Tragedy has struck Santa Anita Park once again as 30 horses have now died since December 26 after four-year-old American Currency suffered a life-ending leg injury Saturday, per John Cherwa of the Los Angeles Times.
Four of the 30 horses (including American Currency) have died under the care of Hall of Fame trainer Jerry Hollendorfer, per Cherwa.
Steve Andersen of Daily Racing Form reported that the Stronach Group, which owns Santa Anita and Golden Gate Fields, ordered Hollendorfer to vacate his 46 stalls within 72 hours.
Whitney Harding of WHAS11 relayed the Stronach Group's statement:
Hollendorfer spoke with Anderson on the telephone following the decision:
"I'm trying to work out a plan now. The only thing I have to say is every time anyone loses a horse, the whole backstretch loses. That's the way everyone feels. I've been doing this for almost 40 years, and I've started more than 33,500 horses that have been under my care in my career. I haven't, in my opinion, had that many problems. I've never been suspended or anything like that. I have a lot of employees that I want to take care of and who have families that depend me. I'm training over 100 horses right now. Santa Anita didn't want me stay on the grounds. My opinion was that was a premature thing to do. I thought it was extreme. Now I have to step away for a while."
As Anderson referenced, the Santa Anita tragedies have sparked reaction from state and national politicians:
"The fatalities have led to widespread pressure by congressional and Senate representatives from California as well as Gov. Gavin Newsom for greater oversight into the care of horses. The fatalities have led track and California Horse Racing Board officials to implement several pre-race examinations of horses entered to race or scheduled to have workouts. California Sen. Dianne Feinstein has called for a cessation of racing on three occasions since early April for full inspections of training and racetrack conditions."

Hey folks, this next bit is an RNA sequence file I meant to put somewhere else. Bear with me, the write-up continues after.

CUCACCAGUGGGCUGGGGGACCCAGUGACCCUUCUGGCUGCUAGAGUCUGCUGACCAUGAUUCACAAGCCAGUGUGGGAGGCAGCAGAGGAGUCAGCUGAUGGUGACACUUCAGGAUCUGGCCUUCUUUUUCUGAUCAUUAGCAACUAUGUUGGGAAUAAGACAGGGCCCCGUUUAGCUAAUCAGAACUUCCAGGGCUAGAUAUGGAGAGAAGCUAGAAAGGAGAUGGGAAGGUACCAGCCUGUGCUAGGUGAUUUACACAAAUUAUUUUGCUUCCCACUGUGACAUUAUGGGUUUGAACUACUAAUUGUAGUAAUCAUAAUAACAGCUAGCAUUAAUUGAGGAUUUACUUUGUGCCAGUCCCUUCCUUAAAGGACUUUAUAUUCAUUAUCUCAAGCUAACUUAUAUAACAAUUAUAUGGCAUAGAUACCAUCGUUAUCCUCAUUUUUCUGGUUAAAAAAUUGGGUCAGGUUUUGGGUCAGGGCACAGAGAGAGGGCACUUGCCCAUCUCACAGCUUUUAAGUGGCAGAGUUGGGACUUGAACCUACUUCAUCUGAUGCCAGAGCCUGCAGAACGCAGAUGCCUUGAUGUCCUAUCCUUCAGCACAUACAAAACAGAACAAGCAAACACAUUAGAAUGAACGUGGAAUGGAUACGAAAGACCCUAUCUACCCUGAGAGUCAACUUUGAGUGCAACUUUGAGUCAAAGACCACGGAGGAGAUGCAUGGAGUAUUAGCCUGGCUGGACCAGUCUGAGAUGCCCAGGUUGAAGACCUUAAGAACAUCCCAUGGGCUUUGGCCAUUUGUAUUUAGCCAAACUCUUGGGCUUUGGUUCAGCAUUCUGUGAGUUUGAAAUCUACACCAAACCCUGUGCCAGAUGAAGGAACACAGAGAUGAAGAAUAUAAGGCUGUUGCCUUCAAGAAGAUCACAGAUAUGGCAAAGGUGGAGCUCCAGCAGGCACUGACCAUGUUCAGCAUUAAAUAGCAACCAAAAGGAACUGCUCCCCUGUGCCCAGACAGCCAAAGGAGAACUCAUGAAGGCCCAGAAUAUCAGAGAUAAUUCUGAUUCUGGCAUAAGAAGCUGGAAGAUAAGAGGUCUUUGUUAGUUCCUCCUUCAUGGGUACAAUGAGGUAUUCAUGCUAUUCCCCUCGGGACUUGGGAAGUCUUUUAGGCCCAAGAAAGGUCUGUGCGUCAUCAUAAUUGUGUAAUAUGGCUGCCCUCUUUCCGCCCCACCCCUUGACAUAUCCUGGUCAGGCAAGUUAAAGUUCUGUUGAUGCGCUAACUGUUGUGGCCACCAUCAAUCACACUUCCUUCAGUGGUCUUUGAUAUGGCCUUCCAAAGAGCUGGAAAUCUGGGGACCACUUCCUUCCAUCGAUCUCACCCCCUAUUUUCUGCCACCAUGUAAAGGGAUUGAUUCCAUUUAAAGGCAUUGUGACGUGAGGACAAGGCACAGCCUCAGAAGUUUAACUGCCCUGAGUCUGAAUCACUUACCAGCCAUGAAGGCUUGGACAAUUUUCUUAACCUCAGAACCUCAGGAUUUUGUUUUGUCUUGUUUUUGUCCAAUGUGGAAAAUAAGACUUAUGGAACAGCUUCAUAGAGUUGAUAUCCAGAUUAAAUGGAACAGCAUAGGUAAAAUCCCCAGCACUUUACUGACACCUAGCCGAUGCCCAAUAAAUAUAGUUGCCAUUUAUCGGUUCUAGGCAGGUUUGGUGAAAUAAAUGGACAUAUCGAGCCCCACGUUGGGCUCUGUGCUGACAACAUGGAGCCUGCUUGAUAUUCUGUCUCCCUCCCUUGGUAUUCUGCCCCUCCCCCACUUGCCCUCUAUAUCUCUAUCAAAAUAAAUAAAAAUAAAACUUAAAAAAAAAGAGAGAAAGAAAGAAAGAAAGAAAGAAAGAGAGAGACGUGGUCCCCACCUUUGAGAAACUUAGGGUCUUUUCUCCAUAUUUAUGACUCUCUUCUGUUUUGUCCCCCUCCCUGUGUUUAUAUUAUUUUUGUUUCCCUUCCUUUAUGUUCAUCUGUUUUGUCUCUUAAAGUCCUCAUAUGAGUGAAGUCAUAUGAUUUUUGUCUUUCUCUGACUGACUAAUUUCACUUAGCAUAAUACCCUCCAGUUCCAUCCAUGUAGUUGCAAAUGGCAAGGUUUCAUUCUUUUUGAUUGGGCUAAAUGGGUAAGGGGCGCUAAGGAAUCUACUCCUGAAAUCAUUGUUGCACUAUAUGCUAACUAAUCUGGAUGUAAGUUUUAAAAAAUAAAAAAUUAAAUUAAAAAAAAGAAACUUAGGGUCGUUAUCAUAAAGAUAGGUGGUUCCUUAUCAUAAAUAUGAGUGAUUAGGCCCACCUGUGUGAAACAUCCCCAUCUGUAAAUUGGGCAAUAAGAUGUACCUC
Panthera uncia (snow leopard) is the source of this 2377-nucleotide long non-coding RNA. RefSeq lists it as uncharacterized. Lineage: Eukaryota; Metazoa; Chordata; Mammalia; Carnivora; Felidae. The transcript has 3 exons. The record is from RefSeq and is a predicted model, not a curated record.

Jeff Byrnes of Horse Racing Nation cited specific accusations against Hollendorfer and called for a lifetime ban if they were true:
Nick Watt of CNN.com also did a deep dive into the Santa Anita horse deaths and quoted racehorse owner and professional gambler Scott Herbertson's take.
"You got guys pushing these horses beyond their limits and causing these catastrophic breakdowns," Herbertson said.
Watt also cited the lack of national standards, excessive horse medicating and track sealing, which makes the surface harder.